Lisbon!

We concluded our twelve day trip to Europe in Lisbon.  Most of the two full days were spent in Alfama, the older section of Lisbon.  It was fantastic, with it’s narrow, winding streets and ancient history.  At one point, we wandered through Roman ruins that they were just uncovering.  Amazing.

We also walked along the harbor a ways until we got to the LX Factory.  A little hipster village in the middle of the city.  We had one of the best meals of the trip there at 1300 Taberna.  We were then blown away by the size and scope of the Museum of Modern Art.  I was enthralled by the way the museum played out the timeline of modern art, from it’s roots to present day.

Great little trip.

 

Paris!

Paris is beautiful!  The light!  The blue haze over everything!  Wow.

Despite the cold we walked miles and miles every day to take in as much as we could.  Montmartre is amazing and so inspirational.  The highlight for me, of course, was seeing the Cafe des Deux Moulins, the restaurant where Amelie was filmed.  (We also stumbled on the now famous grocery store also featured in the film.)

Another highlight was seeing L’Atelier des Lumières, an immersive, projector-based experience in an old warehouse.  There were three shows, one featuring the work of Gustav Klimt.  It was fantastic!  We enjoyed sitting through each show twice and wandering around the space to see it from multiple perspectives.  It reinforced in me the desire to create my own immersive experiences in a large space such as this.

Hometown Visit

Yesterday, I made a quick, nostalgic trip to my hometown of Lewiston, Maine.  I had hoped to take plenty of photos of all the places that fill my memories, but didn’t manage to do that.  I think I was just enjoying the moment too much to make an art project out of it.  Anyway, here’s the best I could come up with.

 

Fall Colors

I’ve been busy the past couple of weeks on an animation project for a local studio.  Outside my window, the colors have been changing from green to gold to red to brown.  Every now and then, latte in hand, I’ll take a break and walk around the yard with my camera to try to capture some of the beauty.

About the Bogs

This morning I decided I needed to clear my head.  I have too many things going on in my life at the moment.  They’re all good things, just too much for my little brain to process all at once.  It was time to force my brain onto one topic and one topic only.  So, while it was still cloudy and relatively comfortable, I grabbed the camera and headed out to the cranberry bogs.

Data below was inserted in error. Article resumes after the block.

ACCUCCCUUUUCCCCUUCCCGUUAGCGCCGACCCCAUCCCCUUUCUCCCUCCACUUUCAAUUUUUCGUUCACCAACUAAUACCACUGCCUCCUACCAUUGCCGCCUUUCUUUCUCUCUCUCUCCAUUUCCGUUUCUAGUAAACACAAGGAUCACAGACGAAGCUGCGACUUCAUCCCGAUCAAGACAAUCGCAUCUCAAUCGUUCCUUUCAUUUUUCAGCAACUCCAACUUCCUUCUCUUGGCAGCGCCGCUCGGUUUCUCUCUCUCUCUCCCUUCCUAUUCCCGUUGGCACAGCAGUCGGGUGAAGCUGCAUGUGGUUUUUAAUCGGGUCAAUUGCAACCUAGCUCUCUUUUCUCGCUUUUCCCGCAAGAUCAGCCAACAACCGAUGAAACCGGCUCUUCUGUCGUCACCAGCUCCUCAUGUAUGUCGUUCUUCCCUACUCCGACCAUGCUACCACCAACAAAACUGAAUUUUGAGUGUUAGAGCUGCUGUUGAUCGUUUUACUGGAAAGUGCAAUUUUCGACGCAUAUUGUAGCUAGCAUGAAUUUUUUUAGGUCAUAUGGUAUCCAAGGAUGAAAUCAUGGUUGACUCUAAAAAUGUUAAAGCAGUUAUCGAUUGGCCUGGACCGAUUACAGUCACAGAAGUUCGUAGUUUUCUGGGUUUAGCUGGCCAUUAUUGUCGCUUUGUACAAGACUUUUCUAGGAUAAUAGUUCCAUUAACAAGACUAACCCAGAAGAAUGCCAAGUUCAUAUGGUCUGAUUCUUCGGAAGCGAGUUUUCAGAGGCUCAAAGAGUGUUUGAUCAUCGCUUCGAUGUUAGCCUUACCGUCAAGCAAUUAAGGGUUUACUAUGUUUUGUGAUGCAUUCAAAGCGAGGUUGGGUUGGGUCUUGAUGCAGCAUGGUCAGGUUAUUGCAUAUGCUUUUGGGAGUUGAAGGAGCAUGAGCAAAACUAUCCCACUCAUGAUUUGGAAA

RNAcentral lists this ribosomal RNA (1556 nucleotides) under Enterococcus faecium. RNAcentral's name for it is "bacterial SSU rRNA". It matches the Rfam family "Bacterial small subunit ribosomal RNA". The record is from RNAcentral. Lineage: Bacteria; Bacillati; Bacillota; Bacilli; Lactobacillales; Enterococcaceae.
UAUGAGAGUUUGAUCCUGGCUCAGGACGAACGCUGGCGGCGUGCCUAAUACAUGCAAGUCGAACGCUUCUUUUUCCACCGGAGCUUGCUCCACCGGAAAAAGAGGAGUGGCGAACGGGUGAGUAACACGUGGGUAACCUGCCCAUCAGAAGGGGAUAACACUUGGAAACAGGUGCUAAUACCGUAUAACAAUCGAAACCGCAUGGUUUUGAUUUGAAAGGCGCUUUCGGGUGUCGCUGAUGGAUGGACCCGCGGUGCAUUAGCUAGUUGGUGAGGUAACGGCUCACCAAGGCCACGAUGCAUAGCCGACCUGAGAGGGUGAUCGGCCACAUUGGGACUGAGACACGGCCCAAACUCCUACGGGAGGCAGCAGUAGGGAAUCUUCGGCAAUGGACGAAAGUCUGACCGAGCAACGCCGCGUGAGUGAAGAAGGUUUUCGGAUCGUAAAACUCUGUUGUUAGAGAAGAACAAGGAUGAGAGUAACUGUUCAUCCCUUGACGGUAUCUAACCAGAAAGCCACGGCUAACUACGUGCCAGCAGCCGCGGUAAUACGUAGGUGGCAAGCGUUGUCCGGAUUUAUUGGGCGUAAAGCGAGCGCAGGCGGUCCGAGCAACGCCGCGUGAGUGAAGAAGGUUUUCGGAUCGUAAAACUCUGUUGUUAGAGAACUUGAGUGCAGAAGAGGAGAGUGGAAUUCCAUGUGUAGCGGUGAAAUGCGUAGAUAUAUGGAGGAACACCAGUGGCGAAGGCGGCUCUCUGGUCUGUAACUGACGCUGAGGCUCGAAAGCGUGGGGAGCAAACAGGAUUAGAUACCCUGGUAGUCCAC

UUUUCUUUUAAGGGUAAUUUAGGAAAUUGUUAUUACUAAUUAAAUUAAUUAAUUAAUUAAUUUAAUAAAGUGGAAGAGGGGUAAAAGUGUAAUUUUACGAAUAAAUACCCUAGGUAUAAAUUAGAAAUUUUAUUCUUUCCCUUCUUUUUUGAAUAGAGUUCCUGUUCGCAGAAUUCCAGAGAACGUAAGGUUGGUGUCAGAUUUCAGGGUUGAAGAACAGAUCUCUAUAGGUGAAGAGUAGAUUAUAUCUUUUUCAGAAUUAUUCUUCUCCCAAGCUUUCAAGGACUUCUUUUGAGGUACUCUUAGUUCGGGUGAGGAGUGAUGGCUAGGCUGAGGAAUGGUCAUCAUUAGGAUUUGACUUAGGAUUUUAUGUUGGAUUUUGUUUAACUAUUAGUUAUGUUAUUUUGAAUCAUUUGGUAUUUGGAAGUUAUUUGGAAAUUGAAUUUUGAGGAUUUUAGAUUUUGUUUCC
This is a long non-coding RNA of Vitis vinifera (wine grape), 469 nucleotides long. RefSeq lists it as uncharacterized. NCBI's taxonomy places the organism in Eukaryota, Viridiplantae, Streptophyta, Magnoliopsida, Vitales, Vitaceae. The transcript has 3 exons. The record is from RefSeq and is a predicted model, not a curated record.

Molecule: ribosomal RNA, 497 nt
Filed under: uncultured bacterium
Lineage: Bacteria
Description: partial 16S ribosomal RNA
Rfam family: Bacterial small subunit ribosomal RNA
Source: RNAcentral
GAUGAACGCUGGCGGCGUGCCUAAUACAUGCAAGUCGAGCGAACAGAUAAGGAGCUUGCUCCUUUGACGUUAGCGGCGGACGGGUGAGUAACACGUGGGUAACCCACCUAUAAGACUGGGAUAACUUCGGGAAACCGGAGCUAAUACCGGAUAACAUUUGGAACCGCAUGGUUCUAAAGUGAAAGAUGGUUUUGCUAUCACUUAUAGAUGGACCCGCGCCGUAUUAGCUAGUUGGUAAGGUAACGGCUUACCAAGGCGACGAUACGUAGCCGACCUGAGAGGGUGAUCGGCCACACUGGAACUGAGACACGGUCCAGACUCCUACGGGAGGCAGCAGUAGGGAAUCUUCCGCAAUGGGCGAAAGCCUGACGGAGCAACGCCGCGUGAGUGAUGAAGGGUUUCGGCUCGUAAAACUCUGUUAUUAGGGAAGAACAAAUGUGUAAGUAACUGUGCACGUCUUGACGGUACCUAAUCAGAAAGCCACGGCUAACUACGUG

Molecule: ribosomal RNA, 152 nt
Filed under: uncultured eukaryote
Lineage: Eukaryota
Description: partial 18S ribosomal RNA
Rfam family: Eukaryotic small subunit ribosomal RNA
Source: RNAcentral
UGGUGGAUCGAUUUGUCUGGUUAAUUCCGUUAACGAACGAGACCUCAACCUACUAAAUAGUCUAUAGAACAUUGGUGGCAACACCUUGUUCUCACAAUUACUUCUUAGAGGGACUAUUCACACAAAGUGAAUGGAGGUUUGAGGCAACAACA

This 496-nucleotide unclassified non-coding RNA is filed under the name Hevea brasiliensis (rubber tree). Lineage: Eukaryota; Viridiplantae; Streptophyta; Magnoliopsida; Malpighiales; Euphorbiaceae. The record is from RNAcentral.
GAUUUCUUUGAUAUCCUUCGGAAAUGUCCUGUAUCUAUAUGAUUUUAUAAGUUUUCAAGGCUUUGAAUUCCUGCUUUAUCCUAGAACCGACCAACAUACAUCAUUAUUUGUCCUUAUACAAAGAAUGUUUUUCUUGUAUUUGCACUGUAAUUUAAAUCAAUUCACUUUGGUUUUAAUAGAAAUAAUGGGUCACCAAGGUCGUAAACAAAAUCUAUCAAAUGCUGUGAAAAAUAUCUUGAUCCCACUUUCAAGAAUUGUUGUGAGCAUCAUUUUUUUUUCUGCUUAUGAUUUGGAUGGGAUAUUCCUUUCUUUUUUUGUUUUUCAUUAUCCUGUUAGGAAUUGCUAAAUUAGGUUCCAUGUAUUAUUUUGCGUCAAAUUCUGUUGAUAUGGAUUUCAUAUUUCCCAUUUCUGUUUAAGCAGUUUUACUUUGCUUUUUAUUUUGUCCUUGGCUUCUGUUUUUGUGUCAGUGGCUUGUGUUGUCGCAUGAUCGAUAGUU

This time, I loaded my Canon 60D with a Nikon AF-S 28mm lens that I bought for stop motion.  I really wanted to bring the Nikon 50mm instead, but couldn’t manage to get the adapter off the 28mm.  Whatever.

Again, I embarked on my mission to get up close and personal while reducing the background to a colorful haze.  The Nikon goes all the way down to f2.8 which gave me a nice, short depth of field.  I also prefer shooting on cloudy days as I find sunshine makes things to contrasty.  (I also don’t like the sun on a personal basis).  Clouds give objects a more pleasing diffuse shadow.

I admit, one or two of the images don’t quite fit with the others, but I liked them so I included them.

 

Vermont

On a recent visit to Vermont, I wanted to take up close and personal images of nature.  They say God is in the details.  I don’t know about that, but there is so much beauty in the details.  My thought was to get as close as I could to an object and take a picture with a shallow depth of field, turning the background into a blurry haze.

I’m pretty happy with the results, even though I brought the wrong lens with me.  I should have used a 35mm or 5omm prime lens with which I could get really close.  I didn’t, so I did the best I could.  Next time.

I’ve also been using Lightroom more and more and had a fun time getting lost in the image and marveling at the enormous change to the image that a tiny adjustment made to a single parameter made.  There was a certain zen in tweaking and tweaking, gradually working towards the final image.